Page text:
Lady Melbourne began her correspondence with Byron in order to persuade him to break off his relationship with Caroline, but her friendship with the poet survived the affair. Byron later explained to Lady Blessington that "Lady M[elbourne], who might have been my mother, excited an interest in my feelings that few young women have been able to awaken. She was a charming person—a sort of modern Aspasia. . . . I have often thought, that, with a little more youth, Lady M might have turned my head" (Lady Blessington's Conversations of Lord Byron, ed. Lovell, 132). Lady Melbourne served as a mediator between Byron and the increasingly unstable Caroline, urging him to grant her daughter-in-law's request for a lock of hair. (Byron mischievously sent Caroline a "double lock" of his and his current mistress's hair.) Despite her knowledge of Byron's sexual promiscuity, Lady Melbourne gave him her "free permission" to pursue her niece (174), Annabella Milbanke. In a 10 June 1814 letter Byron's only "confidential correspondent" expressed her dismay over his incestuous relationship with his half-sister Augusta Leigh: "I am shock'd at some of the things you sd to me last Night, & think the easy manner in which two people have accustom'd themselves to consider, their Situation quite terrible" (180). She apparently believed that if Byron married Annabella he would no longer be vulnerable to Augusta's dangerous influence and Caroline's hysterical outbursts.

In her advice to her niece, Lady Melbourne asserted that "Marriage after all we can say, or do, must be a sort of Lottery" (132). Soon after she married Byron, it became clear to Annabella that she had picked a losing lottery ticket, and she decided to seek a separation. The failure of the marriage that she did so much to engineer surprised and saddened Lady Melbourne. It took all of her diplomatic skills to repair her relations with the Milbankes, who held her partly responsible for Annabella's marriage to the mad and bad lord. To make matters worse, Caroline Lamb published her novel Glenarvon (1816), in which her mother-in-law is presented as the crafty and villainous Lady Margaret Buchanan, soon after the separation. In contrast, Byron's portrait of Lady Melbourne in Don Juan is extremely positive. Although she was a prominent member of the "gynocracy" that Byron despised (Don Juan, 16:52), she appears in his poem as the maternal Lady Pinchbeck, whom Juan chooses as Leila's guardian:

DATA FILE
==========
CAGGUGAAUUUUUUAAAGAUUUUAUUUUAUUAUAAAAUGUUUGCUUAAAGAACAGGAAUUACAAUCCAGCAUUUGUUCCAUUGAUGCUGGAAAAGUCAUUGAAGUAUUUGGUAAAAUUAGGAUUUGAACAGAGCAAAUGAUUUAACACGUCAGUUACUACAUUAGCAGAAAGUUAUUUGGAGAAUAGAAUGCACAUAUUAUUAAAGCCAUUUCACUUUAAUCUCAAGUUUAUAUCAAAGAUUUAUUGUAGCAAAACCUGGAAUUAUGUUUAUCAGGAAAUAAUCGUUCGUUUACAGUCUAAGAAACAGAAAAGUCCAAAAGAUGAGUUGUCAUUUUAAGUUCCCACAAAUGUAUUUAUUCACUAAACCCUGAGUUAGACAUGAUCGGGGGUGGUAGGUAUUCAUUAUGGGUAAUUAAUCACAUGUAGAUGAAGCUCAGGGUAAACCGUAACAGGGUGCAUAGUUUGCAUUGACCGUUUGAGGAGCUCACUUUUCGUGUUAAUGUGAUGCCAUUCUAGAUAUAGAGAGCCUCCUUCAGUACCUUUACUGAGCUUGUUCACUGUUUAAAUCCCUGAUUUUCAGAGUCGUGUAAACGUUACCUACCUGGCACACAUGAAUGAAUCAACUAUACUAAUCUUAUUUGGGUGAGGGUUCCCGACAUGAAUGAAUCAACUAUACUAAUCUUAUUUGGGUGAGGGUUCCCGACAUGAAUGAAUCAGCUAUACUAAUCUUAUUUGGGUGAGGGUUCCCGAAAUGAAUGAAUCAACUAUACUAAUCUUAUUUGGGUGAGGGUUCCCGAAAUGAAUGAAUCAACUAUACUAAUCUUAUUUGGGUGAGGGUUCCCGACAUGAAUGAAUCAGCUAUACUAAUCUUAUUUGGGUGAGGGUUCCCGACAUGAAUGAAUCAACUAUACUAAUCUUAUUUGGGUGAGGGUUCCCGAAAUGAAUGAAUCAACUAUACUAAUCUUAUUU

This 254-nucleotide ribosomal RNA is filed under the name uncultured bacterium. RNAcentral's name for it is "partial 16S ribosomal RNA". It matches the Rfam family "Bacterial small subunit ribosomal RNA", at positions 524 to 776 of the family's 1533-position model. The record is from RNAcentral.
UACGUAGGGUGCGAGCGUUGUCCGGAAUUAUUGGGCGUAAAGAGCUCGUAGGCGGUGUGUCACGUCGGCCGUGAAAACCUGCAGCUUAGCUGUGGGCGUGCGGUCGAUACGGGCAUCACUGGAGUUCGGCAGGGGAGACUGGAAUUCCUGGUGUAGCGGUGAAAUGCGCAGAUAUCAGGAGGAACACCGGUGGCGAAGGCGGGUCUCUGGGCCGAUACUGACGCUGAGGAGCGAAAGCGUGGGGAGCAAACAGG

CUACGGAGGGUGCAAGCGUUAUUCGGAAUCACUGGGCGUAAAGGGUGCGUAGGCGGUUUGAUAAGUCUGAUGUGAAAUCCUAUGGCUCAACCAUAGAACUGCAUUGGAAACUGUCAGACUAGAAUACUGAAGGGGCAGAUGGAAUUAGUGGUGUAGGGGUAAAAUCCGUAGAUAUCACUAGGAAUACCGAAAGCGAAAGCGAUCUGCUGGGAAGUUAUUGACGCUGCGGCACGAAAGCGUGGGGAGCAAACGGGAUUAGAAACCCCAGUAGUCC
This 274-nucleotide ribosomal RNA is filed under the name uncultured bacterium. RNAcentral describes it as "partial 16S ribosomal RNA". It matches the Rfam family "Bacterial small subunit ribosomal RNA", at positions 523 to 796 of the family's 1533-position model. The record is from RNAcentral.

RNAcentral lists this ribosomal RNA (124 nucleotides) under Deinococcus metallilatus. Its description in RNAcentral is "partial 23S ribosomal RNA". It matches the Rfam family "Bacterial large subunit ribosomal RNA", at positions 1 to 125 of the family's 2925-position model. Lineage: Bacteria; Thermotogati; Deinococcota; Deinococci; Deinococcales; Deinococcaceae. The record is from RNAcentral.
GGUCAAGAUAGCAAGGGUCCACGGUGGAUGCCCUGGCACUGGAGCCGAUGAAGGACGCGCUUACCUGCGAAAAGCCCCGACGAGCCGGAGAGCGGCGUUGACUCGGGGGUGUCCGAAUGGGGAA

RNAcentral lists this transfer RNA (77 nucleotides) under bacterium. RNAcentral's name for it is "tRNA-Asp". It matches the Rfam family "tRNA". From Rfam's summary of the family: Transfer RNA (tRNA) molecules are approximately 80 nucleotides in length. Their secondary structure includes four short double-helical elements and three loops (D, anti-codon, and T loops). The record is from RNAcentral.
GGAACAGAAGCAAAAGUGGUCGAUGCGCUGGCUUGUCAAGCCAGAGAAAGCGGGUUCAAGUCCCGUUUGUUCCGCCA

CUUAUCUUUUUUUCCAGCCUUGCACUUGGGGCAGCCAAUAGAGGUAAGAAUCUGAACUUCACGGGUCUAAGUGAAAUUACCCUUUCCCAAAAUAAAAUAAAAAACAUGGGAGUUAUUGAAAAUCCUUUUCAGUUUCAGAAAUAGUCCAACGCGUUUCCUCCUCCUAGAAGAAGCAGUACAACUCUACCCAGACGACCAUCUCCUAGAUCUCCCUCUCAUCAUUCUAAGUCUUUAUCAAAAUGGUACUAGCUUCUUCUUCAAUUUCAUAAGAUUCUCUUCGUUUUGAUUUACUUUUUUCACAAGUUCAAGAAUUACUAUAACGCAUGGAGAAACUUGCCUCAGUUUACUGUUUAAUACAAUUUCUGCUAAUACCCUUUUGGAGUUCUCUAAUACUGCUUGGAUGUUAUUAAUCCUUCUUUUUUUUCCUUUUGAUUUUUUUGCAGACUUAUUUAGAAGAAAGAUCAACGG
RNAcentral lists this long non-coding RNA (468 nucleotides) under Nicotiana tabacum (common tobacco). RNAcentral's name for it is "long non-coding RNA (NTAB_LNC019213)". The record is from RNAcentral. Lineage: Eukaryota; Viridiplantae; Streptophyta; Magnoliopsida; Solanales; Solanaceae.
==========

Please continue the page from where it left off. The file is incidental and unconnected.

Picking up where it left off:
I said that Lady Pinchbeck had been talk'd about—
   As who has not, if female, young, and pretty?
But now no more the ghost of Scandal stalk'd about;
   She merely was deem'd amiable and witty,
And several of her best bon-mots were hawk'd about:
   Then she was given to charity and pity,
And pass'd (at least the latter years of life)
For being a most exemplary wife. (12:47)

Lady Melbourne would have been horrified, however, by her most recent fictional incarnation as a sinister, middle-aged bloodsucker in Tom Holland's Gothic thriller Lord of the Dead (1995; published in Great Britain as The Vampyre) who guides Byron during his years as a Regency vampire.

Lady Melbourne's letters to Byron should be read alongside his numerous letters to her. Gross provides a fraction of Byron's part of the dialogue in endnotes, but for a fuller sense of their interchange one needs to refer to volumes 2–4 of Leslie A. Marchand's edition of Byron's letters and journals. As Gross observes, "To read both ends of the correspondence is to realize how often Byron's literary imagination was first stimulated by the worldly insights offered to him by Lady Melbourne" (6). Their letters to each other are chatty, gossipy, and intimate. In a 21 June 1813 letter to his "corbeau blanc" Byron jokingly proposes that they elope together (Byron's Letters and Journals, 3:66), and the disappearance of "Many of Lady Melbourne's letters to Byron from April 1813" makes one wonder if their relationship was more than platonic (116). Expertly and meticulously edited, Gross's collection of Lady Melbourne's correspondence adds a great deal to our understanding of English upper-class life during the late eighteenth and early nineteenth centuries and Byron's relationships with women during his years of fame.